THE BLOG
01/09/2012 03:55 pm ET | Updated Mar 10, 2012

Being Busy in 2012 -- Two Tricks for Not Getting Overwhelmed

I'm not sure about you, but I have a lot going on. I always have to preface talking about feeling busy by stating that most people I know feel like they have a lot going on, especially in the major cities of America. It is no badge of honor, no mark of worth. I also don't have a family or children, which adds a whole level of "busy" to one's life, a realm of responsibility I only know about tangentially.

Still, the first few months of my 2012 look extremely "busy."

    My new book is coming out, and somehow I'm more proud of it than my first one, as well as much busier preparing for its release. I'm teaching in multiple cities on both coasts, including what we believe to be the first ever weekend of a Shambhala Training meditation retreat co-directed by a father and son. I'm working with Buddhist students, trying to stay up-to-date with friends, trying to keep the plants in my apartment from dying during my frequent absences, trying to take all the dietary advice my acupuncturist gives, trying to do my tiny personal part to help nonviolence and generosity overtake aggression and greed this century and most importantly... trying to find two hours a day for my meditation and yoga practices.

    I'm sure you have your own list of current activities. I'm sure it feels partially like a prideful resume and partially like a list of charges presented against you in a court of law. I'm sure that reviewing your to-do list sometimes provokes feeling overwhelmed.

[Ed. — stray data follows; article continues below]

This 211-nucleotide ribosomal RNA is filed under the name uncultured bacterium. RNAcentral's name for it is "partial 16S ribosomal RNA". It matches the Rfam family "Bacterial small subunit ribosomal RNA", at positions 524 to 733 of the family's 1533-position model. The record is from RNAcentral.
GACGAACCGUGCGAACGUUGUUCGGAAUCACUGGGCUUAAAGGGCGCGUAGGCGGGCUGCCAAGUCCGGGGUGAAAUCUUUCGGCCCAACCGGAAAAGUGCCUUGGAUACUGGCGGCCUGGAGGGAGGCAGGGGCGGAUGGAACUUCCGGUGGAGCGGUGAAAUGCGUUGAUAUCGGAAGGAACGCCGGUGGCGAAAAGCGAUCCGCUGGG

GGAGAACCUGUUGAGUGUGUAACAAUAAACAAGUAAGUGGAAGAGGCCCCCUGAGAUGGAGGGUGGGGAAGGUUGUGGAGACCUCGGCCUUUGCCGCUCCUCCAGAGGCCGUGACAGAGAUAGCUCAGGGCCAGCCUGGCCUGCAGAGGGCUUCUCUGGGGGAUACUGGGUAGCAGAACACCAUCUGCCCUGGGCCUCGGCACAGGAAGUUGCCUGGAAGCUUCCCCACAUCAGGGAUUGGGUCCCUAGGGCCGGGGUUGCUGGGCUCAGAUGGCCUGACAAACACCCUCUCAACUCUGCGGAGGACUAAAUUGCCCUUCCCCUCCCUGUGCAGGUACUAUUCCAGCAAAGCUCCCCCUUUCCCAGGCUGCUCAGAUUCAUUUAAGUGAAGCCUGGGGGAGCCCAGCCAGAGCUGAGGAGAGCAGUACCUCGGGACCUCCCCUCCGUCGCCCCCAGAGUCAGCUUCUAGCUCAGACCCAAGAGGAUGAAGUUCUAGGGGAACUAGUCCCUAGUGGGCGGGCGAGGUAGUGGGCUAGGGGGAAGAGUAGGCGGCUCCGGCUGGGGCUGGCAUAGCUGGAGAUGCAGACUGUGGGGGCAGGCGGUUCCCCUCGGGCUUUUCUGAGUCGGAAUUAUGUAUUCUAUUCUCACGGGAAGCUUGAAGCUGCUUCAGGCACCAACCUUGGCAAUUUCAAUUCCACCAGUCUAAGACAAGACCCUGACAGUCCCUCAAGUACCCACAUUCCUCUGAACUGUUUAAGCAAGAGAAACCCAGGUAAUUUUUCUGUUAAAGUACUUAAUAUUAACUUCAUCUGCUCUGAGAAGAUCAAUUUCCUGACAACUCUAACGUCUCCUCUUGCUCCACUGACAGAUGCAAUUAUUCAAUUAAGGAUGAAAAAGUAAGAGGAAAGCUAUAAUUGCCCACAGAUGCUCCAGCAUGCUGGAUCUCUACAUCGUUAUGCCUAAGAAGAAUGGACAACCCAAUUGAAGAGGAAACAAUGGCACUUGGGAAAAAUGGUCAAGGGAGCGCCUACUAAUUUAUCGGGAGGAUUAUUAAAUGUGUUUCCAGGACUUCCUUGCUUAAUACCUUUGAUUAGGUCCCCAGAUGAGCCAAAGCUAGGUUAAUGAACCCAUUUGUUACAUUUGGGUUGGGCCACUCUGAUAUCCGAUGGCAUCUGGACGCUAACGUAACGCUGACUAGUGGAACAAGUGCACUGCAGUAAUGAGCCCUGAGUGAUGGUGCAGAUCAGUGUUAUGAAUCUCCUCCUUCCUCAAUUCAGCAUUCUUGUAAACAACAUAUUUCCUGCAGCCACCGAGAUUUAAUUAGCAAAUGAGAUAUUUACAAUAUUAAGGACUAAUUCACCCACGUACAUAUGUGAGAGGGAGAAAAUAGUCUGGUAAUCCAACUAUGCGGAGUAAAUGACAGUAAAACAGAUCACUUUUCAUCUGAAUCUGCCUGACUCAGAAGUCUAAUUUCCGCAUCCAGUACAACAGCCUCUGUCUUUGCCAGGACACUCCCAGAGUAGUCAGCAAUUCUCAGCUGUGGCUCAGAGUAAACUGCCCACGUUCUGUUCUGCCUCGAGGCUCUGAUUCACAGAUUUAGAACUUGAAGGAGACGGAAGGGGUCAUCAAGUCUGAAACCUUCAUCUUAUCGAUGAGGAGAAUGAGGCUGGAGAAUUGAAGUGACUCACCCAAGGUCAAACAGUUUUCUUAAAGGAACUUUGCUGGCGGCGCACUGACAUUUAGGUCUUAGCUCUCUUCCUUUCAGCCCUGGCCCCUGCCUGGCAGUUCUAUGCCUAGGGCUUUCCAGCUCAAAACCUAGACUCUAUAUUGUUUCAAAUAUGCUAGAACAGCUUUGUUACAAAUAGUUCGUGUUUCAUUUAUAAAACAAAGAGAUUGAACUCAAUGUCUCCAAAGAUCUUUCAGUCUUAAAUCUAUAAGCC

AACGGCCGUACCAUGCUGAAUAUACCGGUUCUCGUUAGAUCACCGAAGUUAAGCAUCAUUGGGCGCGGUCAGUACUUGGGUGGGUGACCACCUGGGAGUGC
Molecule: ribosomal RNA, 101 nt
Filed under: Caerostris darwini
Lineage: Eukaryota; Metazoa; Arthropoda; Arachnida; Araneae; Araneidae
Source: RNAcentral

Yet I realized yesterday, right now, I don't feel stressed by my life at all. This seems to be a departure from the past, one worth sharing. It's not a radical, sudden departure, but rather a gradual one. I was trying to figure out why, as I get busier, I don't feel anxious or stressed. I think there are two simple reasons I want to share that have something to do with not losing my sanity when my schedule gets full. These two things have helped tremendously. The first is about body, the second is about mind/heart. After all, if we can take care of those two areas, we are all set. What else is there?

    1) No matter how busy I've been recently, I've found time to take care of my body, via yoga and diet and acupuncture, as well as committing to the practice of sleep. That's right, sleep is a practice. You have to get your head on the pillow just like you get your butt on the cushion or your feet on the yoga mat. If you take care of your body, balance, stretch and strengthen, eat well and sleep well, then you don't need to collapse as much in vegetative states of laziness, and you can accomplish more.

    2) In every activity, I try to find something I appreciate about the present moment. This may sound like a cliche, but try doing it in EVERY activity for a few moments so that it becomes a mindfulness practice. When I feel the familiar slap of the thought "I don't wanna do this!" I take literally two seconds to find something I appreciate. This helps me A) push through the subtle and not so subtle resistance that arises when life just becomes a huge list of to-dos to scroll through and B) to quickly discern which activities are actually meaningful, which are necessary, and which are just filler that I can let go of. Appreciation is different from desire, different from habit -- it makes you really see what has value, because it runs on the basis of mindfulness. And because your life feels valuable, because you have no choice but to live it, you don't resent it so much. Resentment is the fuel on which the anxiety of being "too busy" runs. Appreciation is how we stay just busy enough.

    So this is how I'm starting 2012, feeling surprisingly well. Busy, yes, but not too busy, free from extra anxiety and resentment towards life (the life I actually was lucky enough to choose for myself, no less). We'll see how long it lasts. If I actually keep practicing the two things I preached above, it might just last the whole year. Until the world ends, at which point I hopefully won't be busy at all.

    For more by Ethan Nichtern, click here.

    For more on mindfulness, click here.

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